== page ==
Wednesday, June 27, 2012

Despite "boos," Obama re-inspires the faithful in Boston

To Fenway-trained ears, it sounded mostly like “Yooouuk,” the guttural chorus that traditionally broke out when ever longtime Red Sox third baseman Kevin Youkilis stepped up to the plate. But President Obama clearly believed he triggered another traditional sound, after he thanked Boston for trading Youkilis to his favorite team, the Chicago White Sox.

“I didn’t think I’d get any boos out of here, but I guess I shouldn’t have — I should not have brought up baseball,” Obama said to supporters who filled Boston Symphony Hall on Monday night. “My mistake, my mistake. You’ve got to know your crowd.”

Politics and sports are a treacherous mix. Boston baseball fans booed John Kerry when he threw out the first pitch before the start of a Sox-Yankees game that preceded the 2004 convention that selected the senator from Massachusetts as its nominee. But the pro-Obama crowd that filled Symphony Hall quickly settled any confusion over their response to the president’s words.

“We still love you,” a woman’s voice rang out, bringing the warm ovation that is more common in Obama-crazy Massachusetts.

About 1,800 Obama supporters paid $250 to $10,000 to fill the balconies and sit around small, Pops-style circular tables on the floor. In return, they heard a campaign speech aimed at re-inspiring the faithful by reminding them of the shared vision of 2008, the “compact that binds us together as a people.”

Four years later, it is striking to realize just how hard Obama must work to reconstruct the shared vision that catapulted him to the White House: the “basic bargain” that a country bought into so passionately in 2008.

Now, the narrative is complicated by Obama’s version of the challenges he confronted once elected: “surpluses turned into deficits… two wars fought on credit cards… the worst financial crisis of our lifetime.” Now, he has to spend time quietly stitching together the story of what he tried to do, and who tried to stop him, before he can thunder the phrases that bring supporters to their feet. Now, he has to argue “there is nothing radical” about his vision, and insist that he does not believe government is the answer to all problems. Now, to arouse passion in listeners, he must divide up the electorate around specific causes. They include women’s right “to control their own health choices”; the right of gays not to be “kicked out of the military”; and the desire of illegal immigrants to one day attain citizenship.

“How do we reclaim that basic bargain? How do we do it?” he asked the faithful. Obama calls the answer “the defining issue of our time,” and he’s right. His challenge in 2012 is that there are two dramatically different visions of what it takes to re-ignite confidence in the country. And confidence is key to achieving the shared goal of turning the economy around for all citizens.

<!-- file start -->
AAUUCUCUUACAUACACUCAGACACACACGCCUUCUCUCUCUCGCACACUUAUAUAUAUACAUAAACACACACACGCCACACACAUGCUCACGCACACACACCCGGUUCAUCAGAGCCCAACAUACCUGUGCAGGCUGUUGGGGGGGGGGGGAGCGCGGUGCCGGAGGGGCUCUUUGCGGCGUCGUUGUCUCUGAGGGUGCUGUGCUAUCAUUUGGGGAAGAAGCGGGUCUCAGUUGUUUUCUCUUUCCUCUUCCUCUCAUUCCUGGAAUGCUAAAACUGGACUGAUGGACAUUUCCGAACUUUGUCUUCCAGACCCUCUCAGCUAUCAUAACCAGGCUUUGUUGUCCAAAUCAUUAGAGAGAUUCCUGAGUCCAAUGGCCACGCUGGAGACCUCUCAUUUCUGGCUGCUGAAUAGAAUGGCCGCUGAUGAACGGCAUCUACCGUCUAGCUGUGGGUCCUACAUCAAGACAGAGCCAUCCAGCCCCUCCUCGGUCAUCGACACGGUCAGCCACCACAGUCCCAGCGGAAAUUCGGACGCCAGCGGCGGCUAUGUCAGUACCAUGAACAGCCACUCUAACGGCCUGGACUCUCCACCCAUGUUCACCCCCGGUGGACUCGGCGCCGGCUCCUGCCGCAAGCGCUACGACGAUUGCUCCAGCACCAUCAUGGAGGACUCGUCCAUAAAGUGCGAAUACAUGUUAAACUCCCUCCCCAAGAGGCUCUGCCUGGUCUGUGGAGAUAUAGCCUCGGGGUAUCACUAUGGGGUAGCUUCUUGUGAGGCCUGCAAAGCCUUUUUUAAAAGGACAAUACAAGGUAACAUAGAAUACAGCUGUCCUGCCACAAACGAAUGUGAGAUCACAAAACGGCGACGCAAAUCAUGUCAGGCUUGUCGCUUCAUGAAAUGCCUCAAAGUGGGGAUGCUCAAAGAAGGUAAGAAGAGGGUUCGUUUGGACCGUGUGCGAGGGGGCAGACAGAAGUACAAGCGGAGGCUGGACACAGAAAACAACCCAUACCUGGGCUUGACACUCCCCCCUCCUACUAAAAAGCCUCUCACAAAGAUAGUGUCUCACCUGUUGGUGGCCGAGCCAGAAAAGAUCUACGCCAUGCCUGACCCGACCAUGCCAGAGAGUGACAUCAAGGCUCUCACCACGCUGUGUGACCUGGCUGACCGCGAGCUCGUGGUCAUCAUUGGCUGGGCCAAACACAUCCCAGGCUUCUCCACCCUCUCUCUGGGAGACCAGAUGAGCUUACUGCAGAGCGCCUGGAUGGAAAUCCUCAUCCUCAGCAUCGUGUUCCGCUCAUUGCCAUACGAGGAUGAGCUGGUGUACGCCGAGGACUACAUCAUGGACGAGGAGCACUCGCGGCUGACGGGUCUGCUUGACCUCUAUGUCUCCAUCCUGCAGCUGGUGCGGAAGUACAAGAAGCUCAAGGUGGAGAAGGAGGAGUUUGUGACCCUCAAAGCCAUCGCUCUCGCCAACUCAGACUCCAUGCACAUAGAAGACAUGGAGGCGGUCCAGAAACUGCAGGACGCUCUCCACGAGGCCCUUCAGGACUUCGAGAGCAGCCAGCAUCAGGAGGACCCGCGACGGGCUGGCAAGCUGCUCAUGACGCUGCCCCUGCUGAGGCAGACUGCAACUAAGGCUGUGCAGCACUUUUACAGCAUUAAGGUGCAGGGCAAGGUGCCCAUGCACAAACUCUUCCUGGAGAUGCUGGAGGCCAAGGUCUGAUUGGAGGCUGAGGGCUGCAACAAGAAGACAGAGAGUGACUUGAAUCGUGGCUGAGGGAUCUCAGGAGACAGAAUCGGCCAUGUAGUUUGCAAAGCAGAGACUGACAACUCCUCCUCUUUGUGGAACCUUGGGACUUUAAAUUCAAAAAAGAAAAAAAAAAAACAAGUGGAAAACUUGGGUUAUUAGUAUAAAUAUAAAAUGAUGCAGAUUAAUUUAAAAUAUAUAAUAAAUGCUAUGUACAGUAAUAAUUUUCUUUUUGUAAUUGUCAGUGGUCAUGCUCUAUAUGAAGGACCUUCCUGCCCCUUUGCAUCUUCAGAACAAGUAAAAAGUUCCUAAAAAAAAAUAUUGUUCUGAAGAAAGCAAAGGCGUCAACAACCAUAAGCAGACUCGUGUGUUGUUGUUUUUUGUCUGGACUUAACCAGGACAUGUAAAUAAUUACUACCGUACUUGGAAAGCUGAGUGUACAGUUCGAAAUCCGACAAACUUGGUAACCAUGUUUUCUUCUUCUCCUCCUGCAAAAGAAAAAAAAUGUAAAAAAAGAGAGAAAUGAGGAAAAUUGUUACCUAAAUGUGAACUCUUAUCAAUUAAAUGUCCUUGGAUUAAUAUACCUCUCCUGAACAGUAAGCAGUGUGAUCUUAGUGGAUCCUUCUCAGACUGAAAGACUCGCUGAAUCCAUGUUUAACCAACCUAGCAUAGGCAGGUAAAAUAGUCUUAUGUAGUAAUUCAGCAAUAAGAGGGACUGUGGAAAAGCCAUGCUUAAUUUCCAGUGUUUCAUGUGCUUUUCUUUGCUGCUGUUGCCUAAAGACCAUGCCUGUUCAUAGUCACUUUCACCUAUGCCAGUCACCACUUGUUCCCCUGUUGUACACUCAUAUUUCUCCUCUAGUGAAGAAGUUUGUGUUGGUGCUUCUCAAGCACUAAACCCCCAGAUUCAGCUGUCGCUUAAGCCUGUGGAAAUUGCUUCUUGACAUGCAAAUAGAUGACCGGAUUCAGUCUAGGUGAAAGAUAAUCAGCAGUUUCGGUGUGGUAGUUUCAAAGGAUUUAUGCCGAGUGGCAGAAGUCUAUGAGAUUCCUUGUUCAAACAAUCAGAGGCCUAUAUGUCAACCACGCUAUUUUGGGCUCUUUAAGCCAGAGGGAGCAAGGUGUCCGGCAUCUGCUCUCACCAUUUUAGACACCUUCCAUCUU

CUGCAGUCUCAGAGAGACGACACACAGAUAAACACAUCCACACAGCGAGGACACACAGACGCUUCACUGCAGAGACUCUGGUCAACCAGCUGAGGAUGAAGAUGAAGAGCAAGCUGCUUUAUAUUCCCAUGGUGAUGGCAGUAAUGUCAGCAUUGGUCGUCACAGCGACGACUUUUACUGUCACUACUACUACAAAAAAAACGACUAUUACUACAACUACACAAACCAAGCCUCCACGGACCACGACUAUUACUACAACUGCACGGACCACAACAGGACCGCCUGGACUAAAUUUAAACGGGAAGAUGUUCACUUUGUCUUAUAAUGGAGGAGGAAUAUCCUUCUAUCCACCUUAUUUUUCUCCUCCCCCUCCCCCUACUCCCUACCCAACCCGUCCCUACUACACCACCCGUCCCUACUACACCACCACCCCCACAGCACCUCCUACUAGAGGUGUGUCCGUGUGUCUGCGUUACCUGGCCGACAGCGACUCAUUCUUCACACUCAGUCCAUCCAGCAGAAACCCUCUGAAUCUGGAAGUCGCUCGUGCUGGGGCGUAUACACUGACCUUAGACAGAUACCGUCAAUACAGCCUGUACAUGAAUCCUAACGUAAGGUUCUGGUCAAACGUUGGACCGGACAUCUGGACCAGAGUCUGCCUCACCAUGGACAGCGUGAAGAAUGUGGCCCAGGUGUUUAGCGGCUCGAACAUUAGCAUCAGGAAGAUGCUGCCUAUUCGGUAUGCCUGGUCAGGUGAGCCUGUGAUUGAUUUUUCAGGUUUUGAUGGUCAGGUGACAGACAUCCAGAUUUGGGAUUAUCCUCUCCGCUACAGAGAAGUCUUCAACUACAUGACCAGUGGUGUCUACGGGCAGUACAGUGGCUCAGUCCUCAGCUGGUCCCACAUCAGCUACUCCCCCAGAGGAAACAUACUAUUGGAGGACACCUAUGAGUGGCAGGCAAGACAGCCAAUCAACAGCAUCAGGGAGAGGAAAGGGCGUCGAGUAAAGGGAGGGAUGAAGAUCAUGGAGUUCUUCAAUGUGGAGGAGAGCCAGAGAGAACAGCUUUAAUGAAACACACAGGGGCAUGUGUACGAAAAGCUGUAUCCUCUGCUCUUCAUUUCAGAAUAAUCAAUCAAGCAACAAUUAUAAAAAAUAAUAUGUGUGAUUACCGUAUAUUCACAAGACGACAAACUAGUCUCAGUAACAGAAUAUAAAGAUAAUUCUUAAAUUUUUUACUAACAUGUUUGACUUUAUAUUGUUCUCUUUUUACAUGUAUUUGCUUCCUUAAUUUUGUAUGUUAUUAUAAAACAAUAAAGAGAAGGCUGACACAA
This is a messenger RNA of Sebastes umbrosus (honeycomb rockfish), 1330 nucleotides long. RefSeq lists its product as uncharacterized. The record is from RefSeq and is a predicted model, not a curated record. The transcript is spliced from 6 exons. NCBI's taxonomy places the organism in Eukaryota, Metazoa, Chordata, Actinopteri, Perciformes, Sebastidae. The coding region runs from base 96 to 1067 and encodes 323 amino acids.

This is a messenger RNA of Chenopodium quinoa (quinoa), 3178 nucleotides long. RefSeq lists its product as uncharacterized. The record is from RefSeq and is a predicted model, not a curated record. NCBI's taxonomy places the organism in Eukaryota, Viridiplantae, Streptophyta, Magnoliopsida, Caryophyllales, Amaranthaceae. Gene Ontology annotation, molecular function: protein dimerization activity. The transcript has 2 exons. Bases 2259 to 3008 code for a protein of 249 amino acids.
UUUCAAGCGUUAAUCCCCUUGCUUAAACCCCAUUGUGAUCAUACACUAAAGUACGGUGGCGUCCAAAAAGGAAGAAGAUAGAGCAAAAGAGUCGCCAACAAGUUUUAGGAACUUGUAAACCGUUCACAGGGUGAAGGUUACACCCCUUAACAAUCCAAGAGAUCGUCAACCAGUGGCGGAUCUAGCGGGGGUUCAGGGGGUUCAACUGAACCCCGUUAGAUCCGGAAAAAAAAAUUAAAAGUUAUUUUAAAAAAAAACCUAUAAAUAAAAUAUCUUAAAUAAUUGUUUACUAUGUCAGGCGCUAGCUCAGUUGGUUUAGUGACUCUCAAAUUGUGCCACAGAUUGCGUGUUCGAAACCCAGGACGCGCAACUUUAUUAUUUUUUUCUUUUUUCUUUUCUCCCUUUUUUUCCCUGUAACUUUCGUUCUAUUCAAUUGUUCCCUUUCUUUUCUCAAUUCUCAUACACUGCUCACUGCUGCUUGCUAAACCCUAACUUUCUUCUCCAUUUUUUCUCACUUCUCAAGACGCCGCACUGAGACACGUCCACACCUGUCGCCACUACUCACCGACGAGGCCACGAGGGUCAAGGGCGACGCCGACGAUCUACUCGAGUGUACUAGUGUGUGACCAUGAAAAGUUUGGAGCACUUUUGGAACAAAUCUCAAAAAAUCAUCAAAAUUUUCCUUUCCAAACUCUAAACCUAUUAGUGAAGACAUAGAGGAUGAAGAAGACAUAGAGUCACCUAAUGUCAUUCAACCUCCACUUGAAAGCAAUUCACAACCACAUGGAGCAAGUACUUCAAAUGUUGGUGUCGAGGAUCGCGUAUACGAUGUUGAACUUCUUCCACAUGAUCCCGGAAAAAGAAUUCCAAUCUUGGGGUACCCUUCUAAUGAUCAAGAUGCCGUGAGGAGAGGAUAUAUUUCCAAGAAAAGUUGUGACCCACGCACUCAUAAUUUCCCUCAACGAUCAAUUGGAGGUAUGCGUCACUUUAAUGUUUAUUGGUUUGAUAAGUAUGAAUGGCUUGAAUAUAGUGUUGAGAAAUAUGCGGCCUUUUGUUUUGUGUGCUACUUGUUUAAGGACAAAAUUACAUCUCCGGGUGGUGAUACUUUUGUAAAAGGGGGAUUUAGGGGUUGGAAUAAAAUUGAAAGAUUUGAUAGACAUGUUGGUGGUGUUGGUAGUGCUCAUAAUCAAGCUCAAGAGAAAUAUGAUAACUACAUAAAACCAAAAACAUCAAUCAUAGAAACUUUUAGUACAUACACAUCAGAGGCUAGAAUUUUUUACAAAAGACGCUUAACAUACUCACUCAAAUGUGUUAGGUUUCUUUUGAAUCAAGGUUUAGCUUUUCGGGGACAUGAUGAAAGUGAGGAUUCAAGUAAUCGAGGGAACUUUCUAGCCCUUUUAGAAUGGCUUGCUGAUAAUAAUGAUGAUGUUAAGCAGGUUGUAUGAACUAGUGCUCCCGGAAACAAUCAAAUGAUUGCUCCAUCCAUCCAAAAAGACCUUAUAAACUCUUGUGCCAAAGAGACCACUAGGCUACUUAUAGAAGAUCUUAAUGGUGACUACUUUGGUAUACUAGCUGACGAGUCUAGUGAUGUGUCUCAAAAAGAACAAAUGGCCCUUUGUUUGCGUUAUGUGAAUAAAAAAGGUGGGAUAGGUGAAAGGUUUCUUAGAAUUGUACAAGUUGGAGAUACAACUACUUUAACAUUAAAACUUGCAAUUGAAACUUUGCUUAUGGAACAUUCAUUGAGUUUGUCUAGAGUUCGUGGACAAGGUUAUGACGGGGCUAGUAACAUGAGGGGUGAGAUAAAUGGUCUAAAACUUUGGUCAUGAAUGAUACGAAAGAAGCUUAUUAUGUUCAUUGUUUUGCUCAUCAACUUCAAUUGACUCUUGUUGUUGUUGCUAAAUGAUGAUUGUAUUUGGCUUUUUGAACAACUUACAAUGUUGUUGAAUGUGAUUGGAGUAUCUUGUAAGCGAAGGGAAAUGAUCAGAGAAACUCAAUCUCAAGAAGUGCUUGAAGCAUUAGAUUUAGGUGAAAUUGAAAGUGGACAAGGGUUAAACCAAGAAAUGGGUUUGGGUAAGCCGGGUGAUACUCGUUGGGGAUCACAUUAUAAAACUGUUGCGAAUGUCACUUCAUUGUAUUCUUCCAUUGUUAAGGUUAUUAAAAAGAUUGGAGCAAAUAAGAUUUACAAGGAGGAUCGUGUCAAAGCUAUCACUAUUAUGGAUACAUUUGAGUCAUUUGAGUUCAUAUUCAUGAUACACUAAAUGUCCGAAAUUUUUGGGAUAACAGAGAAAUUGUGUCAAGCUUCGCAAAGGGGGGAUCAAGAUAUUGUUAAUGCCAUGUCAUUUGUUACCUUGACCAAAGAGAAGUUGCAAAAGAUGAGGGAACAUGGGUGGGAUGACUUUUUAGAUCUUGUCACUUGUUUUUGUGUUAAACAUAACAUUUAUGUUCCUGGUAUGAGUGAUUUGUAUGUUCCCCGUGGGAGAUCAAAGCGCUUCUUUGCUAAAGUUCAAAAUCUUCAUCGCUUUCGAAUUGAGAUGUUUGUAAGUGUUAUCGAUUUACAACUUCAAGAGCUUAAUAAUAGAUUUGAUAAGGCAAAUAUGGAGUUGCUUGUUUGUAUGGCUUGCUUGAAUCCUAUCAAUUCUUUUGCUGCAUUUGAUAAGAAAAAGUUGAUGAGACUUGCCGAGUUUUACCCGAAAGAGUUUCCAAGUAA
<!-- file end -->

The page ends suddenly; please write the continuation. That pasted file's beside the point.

Even in Boston, Obama may not have had everyone at hello. But by the end of this speech, he reminded this gathering why they see it his way.

“It was a quiet conversation about what’s at stake,” said Boston City Councilor Michael P. Ross. “He brought the crowd to his side.”

Then again, it was Boston. If he can’t do it there, he can’t do it anywhere.


Wednesday, June 13, 2012

Obama's Economists Say U.S. Household Wealth Recovering

The White House, in a rebuttal to a Federal Reserve study, said the “entire decline” of almost 39 percent in household wealth reported by the central bank occurred before President Barack Obama took office and that much of the wealth has returned. 

“The numbers are a tough and brutal snapshot of the financial crisis and housing bubble that President Obama inherited,” White House economists Gene Sperling and Jason Furman wrote in an official blog posted today. All of the decline in wealth occurred before Obama took office on Jan. 20, 2009, they said. 

The June 11 report, released five months before presidential and congressional elections, showed almost every demographic group experienced losses during the 2007-2010 period of study. The losses may hurt retirement prospects for middle- income families, who are the focus of Obama’s re-election effort.
Presumptive Republican presidential nominee Mitt Romney has criticized Obama’s handling of the economy, including that the U.S. unemployment rate rose last month even as the Fed maintained record stimulus and after Obama’s $830 billion stimulus program. 

The U.S. economy grew more slowly in the first quarter than previously estimated, expanding at a 1.9 percent annual rate, down from a 2.2 percent prior estimate. Retail sales in the U.S. fell in May for a second month, the Commerce Department reported today, another sign the U.S. economy is cooling. 

The financial crisis wiped out 18 years of gains for the median U.S. household net worth, with a 38.8 percent plunge from 2007 to 2010 that was led by the collapse in home prices, the Federal Reserve study showed.

Wealth Rising

Sperling, director of the National Economic Council, and Furman, its principal deputy director, said in the White House blog that wealth “has risen every year” since Obama came to office, though it hasn’t fully recovered. 

The economists said household wealth fell 24 percent between the third quarter of 2007 and the first quarter of 2009, when George W. Bush was president. They said Americans’ net worth grew by 15 percent between the first quarter of 2009 and the third quarter of 2010. 

“Household wealth has risen every year President Obama has been in office, by a total of 23 percent overall,” Sperling and Furman wrote, citing gains the in value of mutual funds, increasing bank deposits and gains in stock values, aided by stabilizing home values. 

Even so, they said, “These data show that wealth still has not fully recovered from the worst recession since the Great Depression and reinforces how much more work we have to do.”